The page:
Her: 'So, who's your pimp?'
Me: 'I beg your pardon?'
Her: 'Who do you work for? Who got you the job?'
Me: 'Nobody. I just called the school.'
Her: 'Well, I better not see you on the corner of Jarvis and Queen later.'

Not in the least unhappy to see her flounce out, I quickly changed into the lounging outfit I'd bought a few days earlier and went out to find the classroom. I stuck close to the wall as I sidled up to the studio's back entrance and peered through at the artists who were arriving with their gear and setting up. The modeling stand, nothing but a bare platform raised about 2 feet above the floor, looked very exposed and was already surrounded by people. Late arrivals looked peevishly at those who'd appropriated a favorite position and more people kept crowding in behind.

Just as I was wondering if I could quietly slip away one of the students noticed my slinky outfit, determined I was the model, and said they were ready to start. There was no instructor so it was time for me to figure out what to do for the next three hours as I walked over to the platform. I asked the woman who'd spoken to me what the usual procedure was and was told 5 minute poses so everyone could loosen up followed by longer poses as they settled in to work on more complex drawings.

Not for the first time in my life, or for nearly the last as it's turned out, I stepped up onto the stand and wondered how the heck I got myself involved in such a strange situation. Everybody else had their clothes on and was waiting for me to remove mine so they could draw pictures of me instead of a bowl of fruit. Oh well..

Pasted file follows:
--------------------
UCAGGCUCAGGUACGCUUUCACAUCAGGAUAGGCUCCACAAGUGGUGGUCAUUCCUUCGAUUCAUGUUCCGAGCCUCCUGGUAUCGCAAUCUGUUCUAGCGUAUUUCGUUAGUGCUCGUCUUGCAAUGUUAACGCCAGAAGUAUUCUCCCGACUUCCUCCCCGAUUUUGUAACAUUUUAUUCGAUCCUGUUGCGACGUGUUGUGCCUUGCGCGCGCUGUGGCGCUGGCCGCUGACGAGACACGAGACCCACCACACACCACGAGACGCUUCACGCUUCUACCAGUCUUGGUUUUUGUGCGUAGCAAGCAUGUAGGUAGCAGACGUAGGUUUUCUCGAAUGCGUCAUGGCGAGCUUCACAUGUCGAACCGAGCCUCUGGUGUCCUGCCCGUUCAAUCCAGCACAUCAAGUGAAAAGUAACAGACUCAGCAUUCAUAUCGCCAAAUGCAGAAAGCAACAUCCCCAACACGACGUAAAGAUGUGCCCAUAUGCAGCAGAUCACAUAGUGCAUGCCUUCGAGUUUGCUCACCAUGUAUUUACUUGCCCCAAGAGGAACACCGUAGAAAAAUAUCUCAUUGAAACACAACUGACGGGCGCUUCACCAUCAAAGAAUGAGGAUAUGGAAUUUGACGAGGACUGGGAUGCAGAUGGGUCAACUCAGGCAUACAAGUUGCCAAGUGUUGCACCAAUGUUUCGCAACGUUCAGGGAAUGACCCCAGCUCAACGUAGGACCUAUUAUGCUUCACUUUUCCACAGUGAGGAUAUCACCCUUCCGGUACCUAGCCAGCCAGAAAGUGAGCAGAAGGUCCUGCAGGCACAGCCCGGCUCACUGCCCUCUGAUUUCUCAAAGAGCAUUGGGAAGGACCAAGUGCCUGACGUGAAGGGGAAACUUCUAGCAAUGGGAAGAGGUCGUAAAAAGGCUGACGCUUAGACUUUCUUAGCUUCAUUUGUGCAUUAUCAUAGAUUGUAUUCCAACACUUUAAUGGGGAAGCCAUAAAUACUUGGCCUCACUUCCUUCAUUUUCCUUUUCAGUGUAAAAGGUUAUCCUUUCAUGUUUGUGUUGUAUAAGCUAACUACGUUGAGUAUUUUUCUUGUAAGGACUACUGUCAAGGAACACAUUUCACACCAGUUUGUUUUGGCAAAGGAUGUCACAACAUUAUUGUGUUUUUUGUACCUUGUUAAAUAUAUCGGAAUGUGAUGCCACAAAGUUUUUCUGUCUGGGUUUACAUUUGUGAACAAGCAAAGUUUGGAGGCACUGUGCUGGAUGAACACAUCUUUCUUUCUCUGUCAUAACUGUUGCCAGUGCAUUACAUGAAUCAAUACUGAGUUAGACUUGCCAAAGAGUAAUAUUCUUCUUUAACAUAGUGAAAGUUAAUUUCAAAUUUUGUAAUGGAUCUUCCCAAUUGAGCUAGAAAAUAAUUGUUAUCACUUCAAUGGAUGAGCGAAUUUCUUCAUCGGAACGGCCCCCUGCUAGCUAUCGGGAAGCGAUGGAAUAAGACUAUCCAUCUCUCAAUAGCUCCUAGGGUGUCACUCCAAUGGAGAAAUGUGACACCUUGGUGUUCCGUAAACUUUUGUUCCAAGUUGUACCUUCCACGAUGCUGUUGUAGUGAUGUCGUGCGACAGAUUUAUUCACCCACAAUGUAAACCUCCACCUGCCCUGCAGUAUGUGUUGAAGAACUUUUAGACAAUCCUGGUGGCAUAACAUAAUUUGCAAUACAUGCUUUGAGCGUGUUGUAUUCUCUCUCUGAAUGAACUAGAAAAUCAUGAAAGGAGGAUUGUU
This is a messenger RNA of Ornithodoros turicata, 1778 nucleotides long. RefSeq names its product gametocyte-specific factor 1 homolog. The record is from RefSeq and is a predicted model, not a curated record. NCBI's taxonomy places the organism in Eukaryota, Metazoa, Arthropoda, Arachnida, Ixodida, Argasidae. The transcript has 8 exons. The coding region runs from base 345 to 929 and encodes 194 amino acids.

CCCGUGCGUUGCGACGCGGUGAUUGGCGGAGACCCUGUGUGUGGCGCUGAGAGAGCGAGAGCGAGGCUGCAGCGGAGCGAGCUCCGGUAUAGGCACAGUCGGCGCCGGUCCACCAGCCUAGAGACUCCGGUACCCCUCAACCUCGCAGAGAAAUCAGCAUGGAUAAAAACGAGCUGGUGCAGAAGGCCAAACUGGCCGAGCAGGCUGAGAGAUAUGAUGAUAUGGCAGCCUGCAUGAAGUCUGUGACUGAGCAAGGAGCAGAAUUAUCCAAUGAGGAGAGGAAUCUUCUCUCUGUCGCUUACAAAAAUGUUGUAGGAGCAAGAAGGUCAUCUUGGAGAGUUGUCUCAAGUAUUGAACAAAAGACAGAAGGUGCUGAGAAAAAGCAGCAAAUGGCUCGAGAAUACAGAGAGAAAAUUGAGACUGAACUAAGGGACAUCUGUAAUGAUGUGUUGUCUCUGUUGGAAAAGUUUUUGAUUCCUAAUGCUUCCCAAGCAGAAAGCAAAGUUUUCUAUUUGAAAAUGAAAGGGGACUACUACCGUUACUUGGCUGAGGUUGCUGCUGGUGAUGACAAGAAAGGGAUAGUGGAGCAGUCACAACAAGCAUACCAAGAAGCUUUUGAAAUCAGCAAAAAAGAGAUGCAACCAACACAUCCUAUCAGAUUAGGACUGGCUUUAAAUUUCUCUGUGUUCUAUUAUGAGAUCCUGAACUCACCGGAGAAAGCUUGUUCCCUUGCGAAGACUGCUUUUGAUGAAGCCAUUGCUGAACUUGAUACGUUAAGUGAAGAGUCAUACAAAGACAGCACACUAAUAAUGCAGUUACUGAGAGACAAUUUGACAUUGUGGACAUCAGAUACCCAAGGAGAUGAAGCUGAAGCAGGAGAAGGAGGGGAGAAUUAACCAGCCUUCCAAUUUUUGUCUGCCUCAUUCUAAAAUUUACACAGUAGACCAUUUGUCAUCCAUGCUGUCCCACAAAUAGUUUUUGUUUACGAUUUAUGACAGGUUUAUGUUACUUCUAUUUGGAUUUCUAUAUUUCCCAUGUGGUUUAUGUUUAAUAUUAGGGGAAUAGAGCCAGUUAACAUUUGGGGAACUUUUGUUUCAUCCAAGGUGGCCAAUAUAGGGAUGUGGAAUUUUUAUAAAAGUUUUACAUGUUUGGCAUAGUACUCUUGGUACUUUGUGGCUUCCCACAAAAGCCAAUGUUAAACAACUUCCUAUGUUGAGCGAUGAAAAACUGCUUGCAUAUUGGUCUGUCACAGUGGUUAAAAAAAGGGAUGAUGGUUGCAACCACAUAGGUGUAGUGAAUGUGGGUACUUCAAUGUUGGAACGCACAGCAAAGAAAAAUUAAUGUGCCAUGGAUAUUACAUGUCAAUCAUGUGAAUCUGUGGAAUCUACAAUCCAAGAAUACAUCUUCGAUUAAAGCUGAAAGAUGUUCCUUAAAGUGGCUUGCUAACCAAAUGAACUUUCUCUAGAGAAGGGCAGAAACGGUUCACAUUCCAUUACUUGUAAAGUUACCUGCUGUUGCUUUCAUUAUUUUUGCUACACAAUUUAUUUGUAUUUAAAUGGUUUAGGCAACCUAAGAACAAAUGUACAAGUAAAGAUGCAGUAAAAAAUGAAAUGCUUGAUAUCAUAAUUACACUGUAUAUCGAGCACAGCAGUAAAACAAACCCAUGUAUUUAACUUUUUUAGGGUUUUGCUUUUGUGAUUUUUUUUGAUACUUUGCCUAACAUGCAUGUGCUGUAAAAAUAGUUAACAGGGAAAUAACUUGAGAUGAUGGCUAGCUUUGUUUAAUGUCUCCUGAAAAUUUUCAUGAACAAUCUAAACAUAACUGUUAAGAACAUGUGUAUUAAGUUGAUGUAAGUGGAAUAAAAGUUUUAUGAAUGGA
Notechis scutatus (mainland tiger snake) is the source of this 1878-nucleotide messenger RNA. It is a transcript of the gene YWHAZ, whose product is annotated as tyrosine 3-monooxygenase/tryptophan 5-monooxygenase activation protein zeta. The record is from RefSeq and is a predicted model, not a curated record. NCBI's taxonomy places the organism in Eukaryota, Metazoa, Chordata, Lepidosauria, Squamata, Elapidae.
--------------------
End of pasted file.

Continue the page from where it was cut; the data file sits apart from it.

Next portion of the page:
Once I was unzipped and stripped, the only thing I could think to do was to act out stop motion plays and count seconds in my head between one pose and the next. After a little while I got so caught up in the imagined stories I forgot to be shy. I also learned a few things as the posing times grew longer than 5 minutes ie, don't stand on one foot, don't put your hands higher than your shoulders, and whatever else you do, don't assume that bridge position you learned last week in calisthenics class. After an hour had gone by without a break one of the students called out it was time for a rest.

I'd become quite curious about how their work was going and was eager to make a little tour of the pictures in progress. One man in particular had been working on the same drawing ever since the class had begun so I was especially interested to see what he'd been doing. By then I was feeling very comfortable in my skin and the idea that there was a big difference between looking at someone naked on a modeling stand and having them stand beside you simply didn't occur to me.

I hopped off the platform and walked up behind the artist who was still adding finishing touches to the picture he'd been busy with for over an hour. I was imagining I'd see something wonderful, perhaps a study like one by Toulouse-Lautrec or Monet. He was very focused and didn't hear my approach but when I saw his drawing had made me look like the Venus of Willendorf I must have gasped. When he turned around to see a breast staring into his face he retreated faster than the wheels of his stool would go, tipped over backwards and knocked over the easel of the artist behind him. It was kind of like dominoes.

I used those moments of confusion to slip back into my lounge suit and no more was said about the matter. I'd learned something else. Never assume you're going to like the way someone else portrays your appearance.


Between my own classes and other jobs, I continued working at that school and several others while I earned enough money to travel. Although the work was grueling, I was good at it and learned almost as much from the opposite side of the drawing board as from the charcoal to the paper side. I got a real job in London but also took classes at the Slade and the School of Art, working as a model to pay the fees and meeting lots of very interesting people. As time went by more and more students were willing to take off their clothes and mount the modeling stands. The '60's had begun.